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Position Series: LB Corps Looks Young, Should Be Hungry
With training camp right around the corner, DallasCowboys.com is taking a look at each position group in a 10-part series, continuing today with the linebackers.
Top of the chart:
There’s not much question that Lee is the best linebacker on this team. He has proven his knack for making plays, with 163 total tackles in just 21 career starts – an average of about eight per start. He’s also trusted enough to be the defensive spearhead, as he called plays in both the old 3-4 defense and will continue to do so in the transition to 4-3. Lee is everything you’d ask for in a starting middle linebacker, except for that one glaring issue – his health. While his track record in games is impressive, Lee’s 21 starts are out of a possible 32, which is not the best percentage. The four year veteran is approaching a contract year, though, so there’s no better time for him to turn in a complete season and establish himself as one of the league’s best linebackers.
Need to see more:
The North Carolina product has also proven his value on the field, but not quite often enough to this point. Carter performed admirably in his second season as a pro – his first season as a starter – in 2012. He managed 70 tackles alongside Lee in Rob Ryan’s scheme. But just like his counterpart, Carter missed playing time when an elbow injury ended his season after 11 games. A healthy season would go a long way toward easing concerns about Carter’s durability, but he also has more to prove than Lee as a playmaker. Fortunately, there might not be a player on the defense who will benefit from the switch to 4-3 more than Carter, as he excelled as an outside linebacker in the scheme for the Tar Heels.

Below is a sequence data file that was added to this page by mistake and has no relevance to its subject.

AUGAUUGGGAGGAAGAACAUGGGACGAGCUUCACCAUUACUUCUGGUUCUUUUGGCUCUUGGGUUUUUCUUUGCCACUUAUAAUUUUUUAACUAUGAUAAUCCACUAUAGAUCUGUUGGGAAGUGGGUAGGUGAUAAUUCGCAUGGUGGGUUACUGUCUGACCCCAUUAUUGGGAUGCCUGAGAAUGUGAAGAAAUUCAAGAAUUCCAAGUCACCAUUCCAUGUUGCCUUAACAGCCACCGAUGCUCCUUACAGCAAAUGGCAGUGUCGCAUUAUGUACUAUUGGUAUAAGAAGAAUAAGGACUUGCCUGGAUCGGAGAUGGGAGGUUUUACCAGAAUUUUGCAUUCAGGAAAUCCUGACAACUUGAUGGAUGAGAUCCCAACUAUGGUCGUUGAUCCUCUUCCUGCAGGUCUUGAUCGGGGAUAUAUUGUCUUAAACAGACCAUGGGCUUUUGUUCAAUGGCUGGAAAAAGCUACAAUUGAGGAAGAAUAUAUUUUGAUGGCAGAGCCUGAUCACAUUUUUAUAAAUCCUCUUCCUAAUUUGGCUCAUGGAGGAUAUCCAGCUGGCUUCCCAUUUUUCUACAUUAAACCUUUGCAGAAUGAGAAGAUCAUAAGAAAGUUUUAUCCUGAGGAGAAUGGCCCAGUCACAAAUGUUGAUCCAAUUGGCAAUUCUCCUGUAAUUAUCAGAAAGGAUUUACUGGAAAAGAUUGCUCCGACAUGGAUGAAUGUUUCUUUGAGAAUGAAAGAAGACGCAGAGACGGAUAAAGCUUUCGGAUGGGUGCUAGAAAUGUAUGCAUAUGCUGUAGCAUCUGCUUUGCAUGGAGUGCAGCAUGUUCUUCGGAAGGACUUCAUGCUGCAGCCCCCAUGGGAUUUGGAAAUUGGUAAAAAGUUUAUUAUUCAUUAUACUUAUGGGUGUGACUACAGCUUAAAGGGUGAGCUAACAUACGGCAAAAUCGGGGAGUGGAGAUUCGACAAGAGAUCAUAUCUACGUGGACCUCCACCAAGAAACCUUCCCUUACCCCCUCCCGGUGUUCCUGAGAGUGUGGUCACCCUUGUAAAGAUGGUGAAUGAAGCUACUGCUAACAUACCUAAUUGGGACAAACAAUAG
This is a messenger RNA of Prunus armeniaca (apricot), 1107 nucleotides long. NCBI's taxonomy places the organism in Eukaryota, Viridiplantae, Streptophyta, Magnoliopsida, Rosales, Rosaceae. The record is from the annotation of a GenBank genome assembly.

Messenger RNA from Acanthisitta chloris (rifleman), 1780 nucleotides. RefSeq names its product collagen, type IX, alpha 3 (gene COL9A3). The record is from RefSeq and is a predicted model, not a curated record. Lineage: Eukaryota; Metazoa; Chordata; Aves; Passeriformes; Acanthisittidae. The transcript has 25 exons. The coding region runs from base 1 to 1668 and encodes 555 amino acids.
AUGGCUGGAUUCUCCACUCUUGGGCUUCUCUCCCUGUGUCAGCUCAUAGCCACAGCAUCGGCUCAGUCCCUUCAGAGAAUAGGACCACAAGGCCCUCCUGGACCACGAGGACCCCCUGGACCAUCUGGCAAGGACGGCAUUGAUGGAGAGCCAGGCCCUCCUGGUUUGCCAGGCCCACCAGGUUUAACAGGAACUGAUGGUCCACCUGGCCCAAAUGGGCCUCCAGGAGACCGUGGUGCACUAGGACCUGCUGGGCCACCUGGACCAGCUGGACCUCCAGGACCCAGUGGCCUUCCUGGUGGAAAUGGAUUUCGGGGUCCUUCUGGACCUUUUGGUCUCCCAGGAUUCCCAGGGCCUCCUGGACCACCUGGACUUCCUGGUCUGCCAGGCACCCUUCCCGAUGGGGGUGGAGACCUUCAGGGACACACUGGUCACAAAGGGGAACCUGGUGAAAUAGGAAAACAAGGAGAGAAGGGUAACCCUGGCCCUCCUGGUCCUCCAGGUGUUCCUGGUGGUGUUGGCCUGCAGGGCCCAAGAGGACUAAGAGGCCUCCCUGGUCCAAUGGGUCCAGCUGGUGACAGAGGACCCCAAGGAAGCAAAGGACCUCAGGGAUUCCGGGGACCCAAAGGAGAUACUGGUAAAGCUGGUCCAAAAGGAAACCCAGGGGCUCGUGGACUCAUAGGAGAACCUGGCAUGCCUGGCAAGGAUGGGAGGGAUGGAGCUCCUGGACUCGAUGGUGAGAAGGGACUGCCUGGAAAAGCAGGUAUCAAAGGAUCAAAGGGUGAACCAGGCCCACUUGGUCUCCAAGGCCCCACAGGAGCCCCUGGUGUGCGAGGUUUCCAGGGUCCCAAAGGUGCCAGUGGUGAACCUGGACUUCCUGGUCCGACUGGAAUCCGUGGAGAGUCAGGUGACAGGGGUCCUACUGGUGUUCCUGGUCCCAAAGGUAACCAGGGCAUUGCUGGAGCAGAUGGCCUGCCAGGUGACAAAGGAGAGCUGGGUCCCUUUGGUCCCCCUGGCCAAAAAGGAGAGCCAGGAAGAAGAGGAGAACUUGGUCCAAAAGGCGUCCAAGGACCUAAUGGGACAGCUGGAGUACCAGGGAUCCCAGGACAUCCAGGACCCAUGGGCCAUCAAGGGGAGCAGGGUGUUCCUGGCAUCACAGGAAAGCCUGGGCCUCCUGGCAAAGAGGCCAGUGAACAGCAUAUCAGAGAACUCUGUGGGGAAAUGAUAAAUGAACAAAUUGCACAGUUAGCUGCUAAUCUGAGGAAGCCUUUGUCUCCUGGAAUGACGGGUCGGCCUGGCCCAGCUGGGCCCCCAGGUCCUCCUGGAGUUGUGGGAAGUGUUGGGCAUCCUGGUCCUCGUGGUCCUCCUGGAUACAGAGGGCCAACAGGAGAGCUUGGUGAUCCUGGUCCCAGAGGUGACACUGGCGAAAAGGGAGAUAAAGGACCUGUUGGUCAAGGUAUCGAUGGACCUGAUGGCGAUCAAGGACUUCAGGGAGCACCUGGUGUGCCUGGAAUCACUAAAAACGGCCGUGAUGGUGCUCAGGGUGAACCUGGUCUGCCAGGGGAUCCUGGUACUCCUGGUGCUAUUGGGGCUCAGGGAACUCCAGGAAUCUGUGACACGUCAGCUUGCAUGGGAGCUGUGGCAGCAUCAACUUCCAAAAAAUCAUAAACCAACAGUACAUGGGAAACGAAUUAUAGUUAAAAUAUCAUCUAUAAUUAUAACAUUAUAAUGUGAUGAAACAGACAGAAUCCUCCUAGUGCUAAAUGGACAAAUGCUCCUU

Still need to see …
Which youngster steps up
The starting situation as linebacker looks pretty clear-cut for the Cowboys heading into camp, barring something unforeseen like an injury. But as the team prepares for training camp, the 90-man roster features 11 linebackers. And of those 11, six have two years or less of professional experience – five are rookies. So no matter how you slice it, some of the Cowboys’ backup and special teams linebackers are going to be green. Whether it’s a heralded draftee like DeVonte Holloman or an undrafted player like Brandon Magee, the Cowboys will need to be able to count on an unproven linebacker to contribute on both special teams, and even perhaps in the starting lineup on occasion. Alex Albright boasts the most experience of any of the younger players, and he should have a chance to fight for playing time in August.
Don’t forget about …
Why does it feel like nobody in or around Dallas is talking about the offseason acquisition of a proven, six-year starter? Durant is a name that makes you think much more about the NBA than the NFL, but Justin Durant has started 75 games since he entered the league in 2007 – including 26 in his past two seasons in Detroit. He’s accrued 435 career tackles in that span, with a career-high 103 of those coming in 2012. And it’s also worth
noting the scheme he excelled in with the Lions last year is quite similar to the scheme the Cowboys will be using this fall. Durant seems to get forgotten about, but he has to be the favorite to secure the other outside linebacker spot, and history indicates he’ll do well.